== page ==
This page describes what task queues are, and when and how to use them. Task queues let applications perform work, called tasks, asynchronously outside of a user request. If an app needs to execute work in the background, it adds tasks to task queues. The tasks are executed later, by worker services.
Push queues and pull queues
Task queues come in two flavors, push and pull. The manner in which the Task Queue service dispatches task requests to worker services is different for the different queues.
Push queues run tasks by delivering HTTP requests to App Engine worker services. They dispatch these requests at a reliable, steady rate and guarantee reliable task execution. Because you can control the rate at which tasks are sent from the queue, you can control the workers' scaling behavior and hence your costs.
Because tasks are executed as requests targeted at App Engine services, they are subject to stringent deadlines. Tasks handled by automatic scaling services must finish in ten minutes. Tasks handled by basic and manual scaling services can run for up to 24 hours.
Pull queues do not dispatch tasks at all. They depend on other worker services to "lease" tasks from the queue on their own initiative. Pull queues give you more power and flexibility over when and where tasks are processed, but they also require you to do more process management. When a task is leased the leasing worker declares a deadline. By the time the deadline arrives the worker must either complete the task and delete it or the Task Queue service will allow another worker to lease it.
Tip: In some cases Google Cloud Pub/Sub is a good alternative to pull queues.
All task queue tasks are performed asynchronously. The application that creates the task hands it off to the queue. The originating application is not notified whether or not the task completes, or if it was successful.
If a worker fails to process a task, the Task Queue service provides the queue with a retry mechanism, so the task can be retried a finite number of times.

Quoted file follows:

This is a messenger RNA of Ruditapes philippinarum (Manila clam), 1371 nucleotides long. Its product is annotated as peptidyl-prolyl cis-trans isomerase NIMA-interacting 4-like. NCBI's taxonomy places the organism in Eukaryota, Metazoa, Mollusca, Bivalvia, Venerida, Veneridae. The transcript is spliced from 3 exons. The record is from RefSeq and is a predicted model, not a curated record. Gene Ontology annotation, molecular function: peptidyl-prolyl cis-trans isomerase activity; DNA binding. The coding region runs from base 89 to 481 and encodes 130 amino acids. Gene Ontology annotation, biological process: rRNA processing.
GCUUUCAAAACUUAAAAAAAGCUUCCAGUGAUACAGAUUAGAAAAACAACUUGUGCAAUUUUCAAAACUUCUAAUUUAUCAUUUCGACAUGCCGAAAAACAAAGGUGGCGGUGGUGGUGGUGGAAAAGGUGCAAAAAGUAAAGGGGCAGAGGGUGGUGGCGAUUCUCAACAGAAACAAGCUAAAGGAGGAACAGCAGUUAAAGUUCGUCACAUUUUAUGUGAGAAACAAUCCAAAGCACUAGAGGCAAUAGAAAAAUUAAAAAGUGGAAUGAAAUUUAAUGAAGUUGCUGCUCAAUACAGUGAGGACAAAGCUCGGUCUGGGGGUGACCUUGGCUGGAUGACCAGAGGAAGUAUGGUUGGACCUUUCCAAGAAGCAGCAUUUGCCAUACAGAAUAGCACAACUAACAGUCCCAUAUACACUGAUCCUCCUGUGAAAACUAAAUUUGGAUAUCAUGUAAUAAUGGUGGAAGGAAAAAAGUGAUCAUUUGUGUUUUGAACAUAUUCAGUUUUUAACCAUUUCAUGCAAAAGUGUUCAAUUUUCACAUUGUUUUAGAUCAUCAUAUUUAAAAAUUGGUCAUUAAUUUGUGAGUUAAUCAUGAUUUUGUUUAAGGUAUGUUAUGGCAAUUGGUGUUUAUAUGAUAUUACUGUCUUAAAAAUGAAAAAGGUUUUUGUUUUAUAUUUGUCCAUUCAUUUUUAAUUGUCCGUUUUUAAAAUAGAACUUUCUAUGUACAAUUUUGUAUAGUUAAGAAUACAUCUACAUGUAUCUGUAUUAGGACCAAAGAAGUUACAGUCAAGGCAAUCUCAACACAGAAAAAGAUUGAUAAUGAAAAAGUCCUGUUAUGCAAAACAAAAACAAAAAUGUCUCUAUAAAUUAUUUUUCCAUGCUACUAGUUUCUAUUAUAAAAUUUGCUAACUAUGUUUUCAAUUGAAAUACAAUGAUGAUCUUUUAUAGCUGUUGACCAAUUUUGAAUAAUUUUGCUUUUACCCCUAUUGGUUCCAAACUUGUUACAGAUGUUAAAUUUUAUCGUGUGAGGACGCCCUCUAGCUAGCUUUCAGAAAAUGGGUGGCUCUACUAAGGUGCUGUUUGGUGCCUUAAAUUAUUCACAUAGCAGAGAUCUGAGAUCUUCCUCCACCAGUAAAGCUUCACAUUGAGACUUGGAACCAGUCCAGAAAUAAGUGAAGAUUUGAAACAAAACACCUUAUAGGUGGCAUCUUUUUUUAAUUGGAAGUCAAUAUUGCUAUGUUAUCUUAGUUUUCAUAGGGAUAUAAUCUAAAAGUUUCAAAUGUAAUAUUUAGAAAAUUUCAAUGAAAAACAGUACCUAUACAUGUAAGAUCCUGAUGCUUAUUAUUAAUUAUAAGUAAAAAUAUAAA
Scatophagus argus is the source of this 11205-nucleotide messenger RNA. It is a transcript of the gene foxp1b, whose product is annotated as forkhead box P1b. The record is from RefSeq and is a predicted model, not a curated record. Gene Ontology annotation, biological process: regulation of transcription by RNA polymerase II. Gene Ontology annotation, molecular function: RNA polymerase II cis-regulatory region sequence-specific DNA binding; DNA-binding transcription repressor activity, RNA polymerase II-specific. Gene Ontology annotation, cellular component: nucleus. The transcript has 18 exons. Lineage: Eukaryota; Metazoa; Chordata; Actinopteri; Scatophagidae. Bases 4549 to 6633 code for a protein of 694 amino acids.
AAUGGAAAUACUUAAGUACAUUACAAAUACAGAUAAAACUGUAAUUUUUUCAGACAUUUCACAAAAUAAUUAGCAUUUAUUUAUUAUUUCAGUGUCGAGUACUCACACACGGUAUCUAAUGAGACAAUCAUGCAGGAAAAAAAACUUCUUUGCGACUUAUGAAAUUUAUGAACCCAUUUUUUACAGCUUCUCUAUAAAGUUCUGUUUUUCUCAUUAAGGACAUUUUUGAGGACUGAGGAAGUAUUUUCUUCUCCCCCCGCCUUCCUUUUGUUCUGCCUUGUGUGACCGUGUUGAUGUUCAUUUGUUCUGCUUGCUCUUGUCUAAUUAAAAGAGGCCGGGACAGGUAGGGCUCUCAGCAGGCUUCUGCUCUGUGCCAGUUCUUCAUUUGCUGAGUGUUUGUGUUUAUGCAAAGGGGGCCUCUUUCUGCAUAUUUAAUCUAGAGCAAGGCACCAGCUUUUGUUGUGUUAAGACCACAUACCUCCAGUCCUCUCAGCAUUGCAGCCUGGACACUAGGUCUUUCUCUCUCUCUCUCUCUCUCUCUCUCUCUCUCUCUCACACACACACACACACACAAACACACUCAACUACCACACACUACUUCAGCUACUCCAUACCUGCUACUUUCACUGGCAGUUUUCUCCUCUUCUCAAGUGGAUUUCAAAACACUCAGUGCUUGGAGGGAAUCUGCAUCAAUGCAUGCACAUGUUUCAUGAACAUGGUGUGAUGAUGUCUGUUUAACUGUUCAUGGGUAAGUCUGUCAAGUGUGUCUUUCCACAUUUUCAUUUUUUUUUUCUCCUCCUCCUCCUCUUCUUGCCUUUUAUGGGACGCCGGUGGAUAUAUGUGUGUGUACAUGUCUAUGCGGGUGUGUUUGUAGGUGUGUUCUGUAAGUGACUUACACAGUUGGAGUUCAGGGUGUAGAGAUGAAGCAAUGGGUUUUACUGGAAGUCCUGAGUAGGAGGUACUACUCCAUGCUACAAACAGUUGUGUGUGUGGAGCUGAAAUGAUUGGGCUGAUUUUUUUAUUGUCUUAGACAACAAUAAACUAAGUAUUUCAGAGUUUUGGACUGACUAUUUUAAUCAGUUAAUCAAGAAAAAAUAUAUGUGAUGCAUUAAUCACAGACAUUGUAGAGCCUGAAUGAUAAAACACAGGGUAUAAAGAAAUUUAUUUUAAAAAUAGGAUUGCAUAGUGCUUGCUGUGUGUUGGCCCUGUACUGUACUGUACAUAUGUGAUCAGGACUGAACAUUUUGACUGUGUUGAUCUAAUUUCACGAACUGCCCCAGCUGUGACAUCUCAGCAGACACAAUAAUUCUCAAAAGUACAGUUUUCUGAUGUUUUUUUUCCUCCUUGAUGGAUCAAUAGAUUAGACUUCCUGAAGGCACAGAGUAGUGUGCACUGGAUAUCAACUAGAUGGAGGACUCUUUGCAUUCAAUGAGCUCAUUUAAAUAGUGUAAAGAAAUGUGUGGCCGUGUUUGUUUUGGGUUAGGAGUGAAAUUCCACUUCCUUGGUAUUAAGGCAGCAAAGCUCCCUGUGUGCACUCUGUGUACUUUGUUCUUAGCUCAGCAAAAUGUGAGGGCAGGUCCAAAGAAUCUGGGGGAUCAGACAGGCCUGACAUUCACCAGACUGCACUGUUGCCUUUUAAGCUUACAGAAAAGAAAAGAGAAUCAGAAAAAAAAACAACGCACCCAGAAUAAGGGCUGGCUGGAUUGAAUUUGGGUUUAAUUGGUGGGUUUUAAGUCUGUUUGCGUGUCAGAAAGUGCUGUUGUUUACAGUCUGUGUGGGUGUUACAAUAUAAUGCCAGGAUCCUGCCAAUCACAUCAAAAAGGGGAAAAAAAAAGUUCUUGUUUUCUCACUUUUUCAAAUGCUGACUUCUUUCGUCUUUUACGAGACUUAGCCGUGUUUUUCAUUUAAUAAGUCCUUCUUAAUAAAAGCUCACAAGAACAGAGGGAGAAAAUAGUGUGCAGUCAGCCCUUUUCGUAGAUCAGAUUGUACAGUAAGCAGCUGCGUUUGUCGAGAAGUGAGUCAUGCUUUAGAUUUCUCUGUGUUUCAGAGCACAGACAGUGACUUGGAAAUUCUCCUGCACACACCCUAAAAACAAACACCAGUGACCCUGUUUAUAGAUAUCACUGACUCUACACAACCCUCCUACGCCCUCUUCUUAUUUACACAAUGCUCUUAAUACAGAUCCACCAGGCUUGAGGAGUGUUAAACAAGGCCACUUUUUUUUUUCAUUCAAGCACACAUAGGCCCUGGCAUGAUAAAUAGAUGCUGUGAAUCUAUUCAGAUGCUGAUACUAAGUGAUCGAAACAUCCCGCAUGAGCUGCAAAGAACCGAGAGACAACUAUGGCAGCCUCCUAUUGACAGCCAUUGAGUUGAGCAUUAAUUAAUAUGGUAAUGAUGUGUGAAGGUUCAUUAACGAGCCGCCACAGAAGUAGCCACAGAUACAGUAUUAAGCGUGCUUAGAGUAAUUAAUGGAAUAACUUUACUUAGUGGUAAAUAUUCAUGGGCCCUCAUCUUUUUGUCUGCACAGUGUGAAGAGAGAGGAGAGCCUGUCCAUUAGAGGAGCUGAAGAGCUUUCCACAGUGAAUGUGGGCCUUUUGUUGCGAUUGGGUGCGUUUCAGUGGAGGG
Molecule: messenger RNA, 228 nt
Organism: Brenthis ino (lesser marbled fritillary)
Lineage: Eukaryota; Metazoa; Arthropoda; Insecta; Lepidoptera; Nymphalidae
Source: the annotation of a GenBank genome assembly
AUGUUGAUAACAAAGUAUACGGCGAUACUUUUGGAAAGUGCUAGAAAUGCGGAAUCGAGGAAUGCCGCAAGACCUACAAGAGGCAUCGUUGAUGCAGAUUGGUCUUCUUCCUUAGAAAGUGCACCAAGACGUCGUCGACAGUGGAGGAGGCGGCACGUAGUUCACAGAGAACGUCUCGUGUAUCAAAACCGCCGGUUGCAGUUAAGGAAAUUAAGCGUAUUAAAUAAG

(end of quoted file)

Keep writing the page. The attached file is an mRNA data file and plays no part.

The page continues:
One typical push queue use case is a "slow" operation. Consider a social network messaging system. Every time a user sends a message, the network needs to update the followers of the sender. This can be a very time-consuming operation. Using a push queue, the application can enqueue a task for each message as it arrives to be dispatched to a worker service for processing. When the worker receives the task request, it can retrieve the sender's list of followers and update the DB for each one. The worker can be made even more efficient by enqueuing another pushtask for each database update.
Another use for push queues is scheduled tasks. Imagine an application that implements an ad campaign. A group of tasks written to send out emails can be added to a push queue with instructions to withhold the tasks until a specified time in the future. When the due date arrives, the Task Queue service will begin to issue requests to execute the tasks.
Pull queues work well when you need to batch tasks together for efficient execution. One solution takes advantage of the ability to attach a tag to a pull task. Workers can lease a group of tasks that have the same tag. A typical example might be an app that maintains leaderboards for numerous different games, with many players and groups constantly in play. Every time there is a new high score, the app can enqueue a pull task with the score and the player, and use the game ID as a task tag. A worker periodically "wakes up", leases a group of tasks with the same game ID, and updates the leaderboard. You can lease tasks explicitly, using a specified tag value, or let the service decide which group of similarly tagged tasks to send.
Batching with tags can be very powerful. Since tags can be dynamically generated while your app is running, a worker can handle new game IDs with no special effort.